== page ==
A Cold Night in June Paperback – 27 Apr 2017
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I note that the author progressed through the ranks of 3 Para., to be commissioned eventually. I must guess that this long familiarity with the regiment was his reason for referring to all ranks by their Christian names.
Not a book for the faint hearted.
It tells the story of a young soldier sent to the Falkland Islands to fight against the invading Argentine Forces in 1982. I tells his story from landing in the Falklands, the slog across the barren and wet tundra that makes up the majority of the Islands landscape and the final assault of Mount Longdon.
Its graphic, intense and contains a modicum of squaddie humour, which comes from Robs military background. I could relate to Archies upbringing in Leigh Park as i also come from the same area, I can also relate to the battle scenes and description of the Falklands, having served in the Islands and been to Tumbledown, Falkland Sound and Mount Longdon.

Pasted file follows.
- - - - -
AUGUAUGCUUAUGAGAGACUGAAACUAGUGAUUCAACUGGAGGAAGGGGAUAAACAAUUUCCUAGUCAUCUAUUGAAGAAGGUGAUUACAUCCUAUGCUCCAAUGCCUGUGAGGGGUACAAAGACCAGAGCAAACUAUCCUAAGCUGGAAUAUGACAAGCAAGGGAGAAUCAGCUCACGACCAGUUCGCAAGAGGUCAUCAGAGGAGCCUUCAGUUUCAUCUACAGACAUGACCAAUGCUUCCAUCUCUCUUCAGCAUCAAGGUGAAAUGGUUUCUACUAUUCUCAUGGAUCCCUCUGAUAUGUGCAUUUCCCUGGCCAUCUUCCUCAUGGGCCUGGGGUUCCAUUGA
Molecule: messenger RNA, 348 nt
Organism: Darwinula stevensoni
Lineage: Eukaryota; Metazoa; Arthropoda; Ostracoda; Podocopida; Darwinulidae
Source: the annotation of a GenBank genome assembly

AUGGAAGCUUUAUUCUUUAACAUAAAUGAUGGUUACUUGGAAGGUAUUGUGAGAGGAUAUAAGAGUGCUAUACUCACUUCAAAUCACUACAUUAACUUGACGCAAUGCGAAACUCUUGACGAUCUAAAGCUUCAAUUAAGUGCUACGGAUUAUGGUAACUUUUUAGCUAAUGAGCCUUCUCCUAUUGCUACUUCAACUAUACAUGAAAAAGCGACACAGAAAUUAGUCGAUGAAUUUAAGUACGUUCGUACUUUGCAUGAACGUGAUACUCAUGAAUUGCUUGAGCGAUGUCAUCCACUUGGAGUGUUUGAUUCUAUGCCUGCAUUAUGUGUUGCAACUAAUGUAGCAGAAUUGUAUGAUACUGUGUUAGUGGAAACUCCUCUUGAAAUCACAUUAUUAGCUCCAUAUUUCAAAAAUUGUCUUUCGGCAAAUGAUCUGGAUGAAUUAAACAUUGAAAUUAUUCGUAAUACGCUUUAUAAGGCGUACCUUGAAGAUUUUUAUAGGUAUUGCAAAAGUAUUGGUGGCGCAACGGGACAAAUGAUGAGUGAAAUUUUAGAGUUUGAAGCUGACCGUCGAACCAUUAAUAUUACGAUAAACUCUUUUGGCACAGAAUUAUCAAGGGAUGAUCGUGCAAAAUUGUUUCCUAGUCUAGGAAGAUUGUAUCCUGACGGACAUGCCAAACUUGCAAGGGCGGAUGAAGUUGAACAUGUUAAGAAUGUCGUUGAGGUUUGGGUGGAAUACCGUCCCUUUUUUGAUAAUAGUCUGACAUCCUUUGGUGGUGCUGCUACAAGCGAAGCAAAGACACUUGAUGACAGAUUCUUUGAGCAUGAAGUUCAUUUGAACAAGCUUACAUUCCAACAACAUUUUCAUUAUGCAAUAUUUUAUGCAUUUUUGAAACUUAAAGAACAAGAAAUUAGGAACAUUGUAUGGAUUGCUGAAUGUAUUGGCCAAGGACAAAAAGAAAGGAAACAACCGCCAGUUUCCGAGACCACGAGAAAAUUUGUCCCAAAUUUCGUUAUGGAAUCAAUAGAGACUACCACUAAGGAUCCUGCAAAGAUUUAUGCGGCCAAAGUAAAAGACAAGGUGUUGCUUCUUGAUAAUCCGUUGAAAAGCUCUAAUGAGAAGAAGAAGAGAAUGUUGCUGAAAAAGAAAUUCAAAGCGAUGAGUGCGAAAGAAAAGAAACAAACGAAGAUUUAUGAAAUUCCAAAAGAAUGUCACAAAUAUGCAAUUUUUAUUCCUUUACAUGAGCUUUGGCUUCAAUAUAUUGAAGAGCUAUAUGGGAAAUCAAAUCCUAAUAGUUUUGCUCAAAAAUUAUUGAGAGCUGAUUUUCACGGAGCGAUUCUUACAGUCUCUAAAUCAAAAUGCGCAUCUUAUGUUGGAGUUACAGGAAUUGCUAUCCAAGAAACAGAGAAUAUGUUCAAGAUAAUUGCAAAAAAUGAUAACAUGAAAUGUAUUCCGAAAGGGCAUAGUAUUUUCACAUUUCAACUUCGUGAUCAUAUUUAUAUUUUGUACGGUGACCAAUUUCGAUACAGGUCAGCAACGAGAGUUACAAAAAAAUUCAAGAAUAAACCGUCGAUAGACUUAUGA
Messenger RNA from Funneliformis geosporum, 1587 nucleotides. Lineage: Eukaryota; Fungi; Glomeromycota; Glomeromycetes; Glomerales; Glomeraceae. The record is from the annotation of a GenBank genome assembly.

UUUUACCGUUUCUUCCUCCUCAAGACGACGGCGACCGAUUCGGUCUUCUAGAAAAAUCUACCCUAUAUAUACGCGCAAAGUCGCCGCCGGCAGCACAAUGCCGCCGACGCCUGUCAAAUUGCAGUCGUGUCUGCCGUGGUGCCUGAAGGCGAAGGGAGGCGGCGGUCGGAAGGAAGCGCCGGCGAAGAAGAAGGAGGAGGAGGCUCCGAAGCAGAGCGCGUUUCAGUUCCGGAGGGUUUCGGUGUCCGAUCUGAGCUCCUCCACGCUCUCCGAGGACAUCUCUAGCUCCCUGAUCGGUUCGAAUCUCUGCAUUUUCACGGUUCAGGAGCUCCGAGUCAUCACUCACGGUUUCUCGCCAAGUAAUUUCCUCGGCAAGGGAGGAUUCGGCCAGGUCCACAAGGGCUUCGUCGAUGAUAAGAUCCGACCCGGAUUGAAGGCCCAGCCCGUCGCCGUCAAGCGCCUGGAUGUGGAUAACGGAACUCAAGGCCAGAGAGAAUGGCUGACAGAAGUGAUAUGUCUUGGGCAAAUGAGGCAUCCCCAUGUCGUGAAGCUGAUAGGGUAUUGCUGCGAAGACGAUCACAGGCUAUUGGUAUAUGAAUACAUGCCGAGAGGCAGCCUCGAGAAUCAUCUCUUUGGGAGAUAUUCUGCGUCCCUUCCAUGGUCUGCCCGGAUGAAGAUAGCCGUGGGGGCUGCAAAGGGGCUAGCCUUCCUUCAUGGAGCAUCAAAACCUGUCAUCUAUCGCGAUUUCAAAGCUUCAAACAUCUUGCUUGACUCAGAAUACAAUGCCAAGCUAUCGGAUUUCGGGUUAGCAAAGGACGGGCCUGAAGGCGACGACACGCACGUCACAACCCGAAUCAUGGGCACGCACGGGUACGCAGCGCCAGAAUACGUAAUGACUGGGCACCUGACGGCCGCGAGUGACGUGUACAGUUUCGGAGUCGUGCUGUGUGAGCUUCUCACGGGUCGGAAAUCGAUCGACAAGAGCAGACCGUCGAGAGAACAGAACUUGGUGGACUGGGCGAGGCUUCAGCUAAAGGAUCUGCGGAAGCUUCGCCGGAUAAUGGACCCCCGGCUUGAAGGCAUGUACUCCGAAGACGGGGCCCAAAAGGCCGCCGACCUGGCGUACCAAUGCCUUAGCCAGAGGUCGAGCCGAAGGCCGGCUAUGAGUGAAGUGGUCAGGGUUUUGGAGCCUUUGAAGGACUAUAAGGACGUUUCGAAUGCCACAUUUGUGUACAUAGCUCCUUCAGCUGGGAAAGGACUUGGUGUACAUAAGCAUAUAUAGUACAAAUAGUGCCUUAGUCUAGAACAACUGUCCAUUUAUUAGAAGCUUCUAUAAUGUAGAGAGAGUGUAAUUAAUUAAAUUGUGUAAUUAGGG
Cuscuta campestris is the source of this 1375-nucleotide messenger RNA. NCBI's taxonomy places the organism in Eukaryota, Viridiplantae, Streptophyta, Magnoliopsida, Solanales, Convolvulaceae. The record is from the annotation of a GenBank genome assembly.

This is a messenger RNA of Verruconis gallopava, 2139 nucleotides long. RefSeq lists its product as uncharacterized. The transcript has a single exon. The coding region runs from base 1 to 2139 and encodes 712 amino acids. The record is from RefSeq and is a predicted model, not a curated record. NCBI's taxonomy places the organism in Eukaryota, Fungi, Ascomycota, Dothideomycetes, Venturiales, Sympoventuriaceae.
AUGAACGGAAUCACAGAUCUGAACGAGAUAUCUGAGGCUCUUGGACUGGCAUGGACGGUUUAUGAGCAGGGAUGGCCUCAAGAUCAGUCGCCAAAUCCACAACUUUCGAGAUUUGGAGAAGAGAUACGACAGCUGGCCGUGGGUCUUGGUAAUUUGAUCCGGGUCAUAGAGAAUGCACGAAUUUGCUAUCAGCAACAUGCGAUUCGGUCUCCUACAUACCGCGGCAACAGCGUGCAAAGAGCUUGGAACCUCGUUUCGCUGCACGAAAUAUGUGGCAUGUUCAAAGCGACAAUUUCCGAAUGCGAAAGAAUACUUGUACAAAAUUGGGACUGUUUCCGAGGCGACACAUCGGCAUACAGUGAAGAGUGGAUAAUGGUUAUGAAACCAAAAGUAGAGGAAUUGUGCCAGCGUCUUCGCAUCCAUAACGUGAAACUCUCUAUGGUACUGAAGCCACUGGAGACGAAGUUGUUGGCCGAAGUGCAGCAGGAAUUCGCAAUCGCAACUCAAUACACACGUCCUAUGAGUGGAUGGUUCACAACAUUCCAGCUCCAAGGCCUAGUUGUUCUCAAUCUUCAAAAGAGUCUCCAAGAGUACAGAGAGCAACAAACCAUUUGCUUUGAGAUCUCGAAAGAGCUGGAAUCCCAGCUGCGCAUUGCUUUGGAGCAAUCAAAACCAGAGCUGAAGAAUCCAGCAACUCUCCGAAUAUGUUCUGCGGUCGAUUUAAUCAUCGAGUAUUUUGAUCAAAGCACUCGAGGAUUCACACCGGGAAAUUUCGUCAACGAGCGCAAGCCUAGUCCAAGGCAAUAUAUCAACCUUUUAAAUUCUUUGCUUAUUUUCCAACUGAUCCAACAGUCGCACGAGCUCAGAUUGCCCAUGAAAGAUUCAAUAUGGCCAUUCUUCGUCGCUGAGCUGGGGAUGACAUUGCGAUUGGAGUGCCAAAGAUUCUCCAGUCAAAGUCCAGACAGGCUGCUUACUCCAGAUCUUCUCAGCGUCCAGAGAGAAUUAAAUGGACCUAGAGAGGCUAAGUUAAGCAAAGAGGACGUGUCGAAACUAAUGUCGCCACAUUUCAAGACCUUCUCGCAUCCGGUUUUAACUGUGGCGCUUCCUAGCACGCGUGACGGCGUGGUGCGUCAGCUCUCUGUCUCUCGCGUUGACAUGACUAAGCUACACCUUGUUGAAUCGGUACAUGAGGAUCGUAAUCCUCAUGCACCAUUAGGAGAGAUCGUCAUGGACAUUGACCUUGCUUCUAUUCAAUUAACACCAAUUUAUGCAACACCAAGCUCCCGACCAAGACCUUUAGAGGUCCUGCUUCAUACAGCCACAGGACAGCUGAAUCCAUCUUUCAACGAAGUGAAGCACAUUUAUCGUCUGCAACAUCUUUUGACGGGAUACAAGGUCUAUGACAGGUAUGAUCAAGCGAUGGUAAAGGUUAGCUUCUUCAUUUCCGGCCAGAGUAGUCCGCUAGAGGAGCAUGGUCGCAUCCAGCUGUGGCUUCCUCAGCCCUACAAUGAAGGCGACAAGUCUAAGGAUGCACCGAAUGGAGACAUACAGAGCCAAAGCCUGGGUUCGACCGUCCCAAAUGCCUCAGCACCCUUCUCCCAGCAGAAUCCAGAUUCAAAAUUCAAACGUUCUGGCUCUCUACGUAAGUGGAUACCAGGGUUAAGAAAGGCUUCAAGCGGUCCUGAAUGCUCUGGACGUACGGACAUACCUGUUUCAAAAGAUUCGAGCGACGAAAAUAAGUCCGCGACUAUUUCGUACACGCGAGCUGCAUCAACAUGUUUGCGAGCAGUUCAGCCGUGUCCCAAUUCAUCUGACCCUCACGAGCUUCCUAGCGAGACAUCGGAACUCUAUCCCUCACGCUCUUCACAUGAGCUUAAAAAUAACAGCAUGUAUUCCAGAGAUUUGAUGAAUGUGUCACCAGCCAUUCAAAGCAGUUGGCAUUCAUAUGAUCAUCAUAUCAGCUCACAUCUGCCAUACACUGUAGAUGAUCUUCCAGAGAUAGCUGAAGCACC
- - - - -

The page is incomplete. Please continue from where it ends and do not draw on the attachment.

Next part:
Although a small amount of artistic license has been used, Robs description of the assault is believable and absorbs you into the heat of the action.
All in all, and truthfully, i thoroughly enjoyed the book and await his next
Aa a member of the Parachute Regiment at the time, I can corroborate the accuracy of his portryal of the men and their sense of humour. For me it was a walk down memory lane, but on the last page came a poignant reminder as I read the names of the fallen. Timothy Jenkins, a young lad from Hereford who I had been friends with in basic training.
Lest we forget. [...]
I feel it is necessary to have read a more strategic account first to appreciate the background to this tale.
The description of the perfectly correct obsession with looking after feet somehow seemed to highlight the horror of witnessing casualties being taken.
I found the whole thing very moving and recommend as a counterballance to the usual armcahair general fare.
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